Wednesday, July 11, 2012


On the occasion of their first anniversary, Donald Woods buys his wife (Margaret Lindsay) a new fur, and she buys him a new overcoat. They get a chuckle out of listening to their neighbors (Guy Kibbee and Ruth Donnelly) in the apartment next door argue, but Lindsay becomes upset when her husband can't go out for a special anniversary dinner because he's making a house call on a client, the slightly addled Hugh Herbert (pictured with a sheep; don't ask). As it turns out, Herbert's not home but his flirtatious wife (Glenda Farrell) is. She does her best to seduce Woods but is interrupted by someone at the door. Assuming it's her husband, she shoos Woods out the window to the fire escape, and he leaves his new coat behind. Actually, the visitor is Kibbee, with whom she's been having a fling for some time. Another interruption and Kibbee's out the widow, his coat left on top of Woods'; this time, it really is Herbert who notices the two coats and doesn't quite believe they're his even though Farrell insists. When Woods gets home, Lindsay notices he's missing his overcoat and he tells her some cockamamie story about giving it to a beggar, but the next day at the beauty salon, Lindsay overhears Farrell telling a beautician about the coats and she decides to take a train to Reno for a divorce. On the same train is Donnelly, also getting a divorce. Ultimately all three couples wind up in Reno where a series of misadventures lead to divorce cancellations, then reinstatements, until Woods and Kibbee plot with bellboy Frank McHugh to turn the tables on the wives by swiping their furs and showing them how easy it is to come to false assumptions. Relatively happy endings await all.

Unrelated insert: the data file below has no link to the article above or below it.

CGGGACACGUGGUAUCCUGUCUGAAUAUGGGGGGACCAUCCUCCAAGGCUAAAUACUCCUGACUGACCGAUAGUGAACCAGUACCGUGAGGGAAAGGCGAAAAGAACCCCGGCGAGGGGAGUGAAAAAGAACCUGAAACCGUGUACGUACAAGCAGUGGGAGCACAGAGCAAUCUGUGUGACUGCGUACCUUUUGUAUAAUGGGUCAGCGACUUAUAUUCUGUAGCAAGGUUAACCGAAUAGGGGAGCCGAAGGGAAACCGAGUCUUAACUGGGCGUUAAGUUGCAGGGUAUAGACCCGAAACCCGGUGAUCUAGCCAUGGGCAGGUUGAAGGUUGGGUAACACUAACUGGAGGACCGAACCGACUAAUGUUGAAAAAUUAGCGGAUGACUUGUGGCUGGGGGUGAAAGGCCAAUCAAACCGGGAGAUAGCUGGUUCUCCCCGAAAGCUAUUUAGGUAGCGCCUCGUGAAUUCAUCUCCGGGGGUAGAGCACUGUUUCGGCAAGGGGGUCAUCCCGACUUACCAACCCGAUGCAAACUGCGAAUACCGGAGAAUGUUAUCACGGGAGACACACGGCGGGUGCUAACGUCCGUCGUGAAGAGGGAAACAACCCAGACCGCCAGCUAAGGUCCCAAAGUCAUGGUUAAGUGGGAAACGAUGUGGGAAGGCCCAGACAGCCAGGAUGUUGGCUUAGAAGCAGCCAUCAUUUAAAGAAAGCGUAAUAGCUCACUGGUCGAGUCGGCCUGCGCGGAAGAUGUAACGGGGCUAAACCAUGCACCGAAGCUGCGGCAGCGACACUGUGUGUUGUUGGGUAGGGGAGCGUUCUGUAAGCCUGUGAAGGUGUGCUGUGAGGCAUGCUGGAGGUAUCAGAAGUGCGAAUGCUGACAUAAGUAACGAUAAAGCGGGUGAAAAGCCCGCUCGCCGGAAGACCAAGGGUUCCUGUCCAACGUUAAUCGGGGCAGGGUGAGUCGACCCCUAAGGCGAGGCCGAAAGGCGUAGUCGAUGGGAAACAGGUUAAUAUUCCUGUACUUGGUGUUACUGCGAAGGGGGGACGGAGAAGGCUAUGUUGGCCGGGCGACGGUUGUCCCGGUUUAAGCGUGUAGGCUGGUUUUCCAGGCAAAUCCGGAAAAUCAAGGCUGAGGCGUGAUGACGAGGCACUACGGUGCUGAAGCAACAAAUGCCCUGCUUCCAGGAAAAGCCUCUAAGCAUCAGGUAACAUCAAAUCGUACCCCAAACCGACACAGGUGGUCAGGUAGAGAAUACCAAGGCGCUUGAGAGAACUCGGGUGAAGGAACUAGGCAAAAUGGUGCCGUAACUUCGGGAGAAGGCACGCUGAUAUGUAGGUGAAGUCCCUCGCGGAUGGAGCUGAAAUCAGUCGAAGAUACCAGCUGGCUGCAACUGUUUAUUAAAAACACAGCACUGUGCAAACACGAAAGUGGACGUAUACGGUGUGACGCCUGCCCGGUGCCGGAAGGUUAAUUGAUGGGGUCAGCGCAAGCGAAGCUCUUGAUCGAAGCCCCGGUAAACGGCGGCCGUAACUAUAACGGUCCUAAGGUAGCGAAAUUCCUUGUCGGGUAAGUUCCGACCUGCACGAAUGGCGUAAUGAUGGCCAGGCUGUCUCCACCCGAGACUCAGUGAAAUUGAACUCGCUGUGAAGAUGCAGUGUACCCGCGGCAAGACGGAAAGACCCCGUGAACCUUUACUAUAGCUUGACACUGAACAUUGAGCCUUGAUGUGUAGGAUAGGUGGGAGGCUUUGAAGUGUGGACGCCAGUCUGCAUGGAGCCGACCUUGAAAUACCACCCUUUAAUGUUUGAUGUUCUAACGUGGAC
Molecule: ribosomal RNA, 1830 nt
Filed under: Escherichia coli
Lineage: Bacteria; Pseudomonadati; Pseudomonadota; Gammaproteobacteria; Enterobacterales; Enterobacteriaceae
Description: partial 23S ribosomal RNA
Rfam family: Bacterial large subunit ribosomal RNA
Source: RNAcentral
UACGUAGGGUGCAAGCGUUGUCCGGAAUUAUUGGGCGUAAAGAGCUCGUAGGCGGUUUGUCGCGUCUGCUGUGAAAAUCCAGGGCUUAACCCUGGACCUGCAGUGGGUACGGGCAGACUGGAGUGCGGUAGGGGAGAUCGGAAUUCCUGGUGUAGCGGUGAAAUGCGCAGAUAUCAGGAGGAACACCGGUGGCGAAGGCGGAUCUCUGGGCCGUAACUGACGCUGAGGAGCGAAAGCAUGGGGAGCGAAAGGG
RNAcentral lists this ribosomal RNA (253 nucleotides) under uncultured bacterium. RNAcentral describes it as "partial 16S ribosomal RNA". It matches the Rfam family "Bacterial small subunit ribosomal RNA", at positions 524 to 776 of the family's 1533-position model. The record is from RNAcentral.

This mildly bawdy B-comedy is not particularly distinguished but is worth notice for two reasons; 1) it was one of the last films released before the Production Code wiped out most racy humor, double-entendres, and unpunished immoral behavior in Hollywood films—and as far as I can tell, Herbert and Donnelly don't get punished for their affair; 2) it features several Warner Bros. supporting players in larger roles than they usually got in A-movies.  Lindsay and Woods, the nominal leads, are lackluster, but the rest of the sextet shine, as does McHugh and famous stutterer Roscoe Ates.  Louise Beavers, usually consigned to maid parts (IMITATION OF LIFE, HOLIDAY INN), has only a couple of lines, but they're memorable: explaining to a lawyer why she wants a divorce, she says she's had 12 kids:  "Some call that love but I call it madness!"  A few film historians have compared this to the notorious long-lost pre-Code film CONVENTION CITY, with much of the same cast and similar shenanigans, so this may be as close as we can get to seeing that film.  [TCM]

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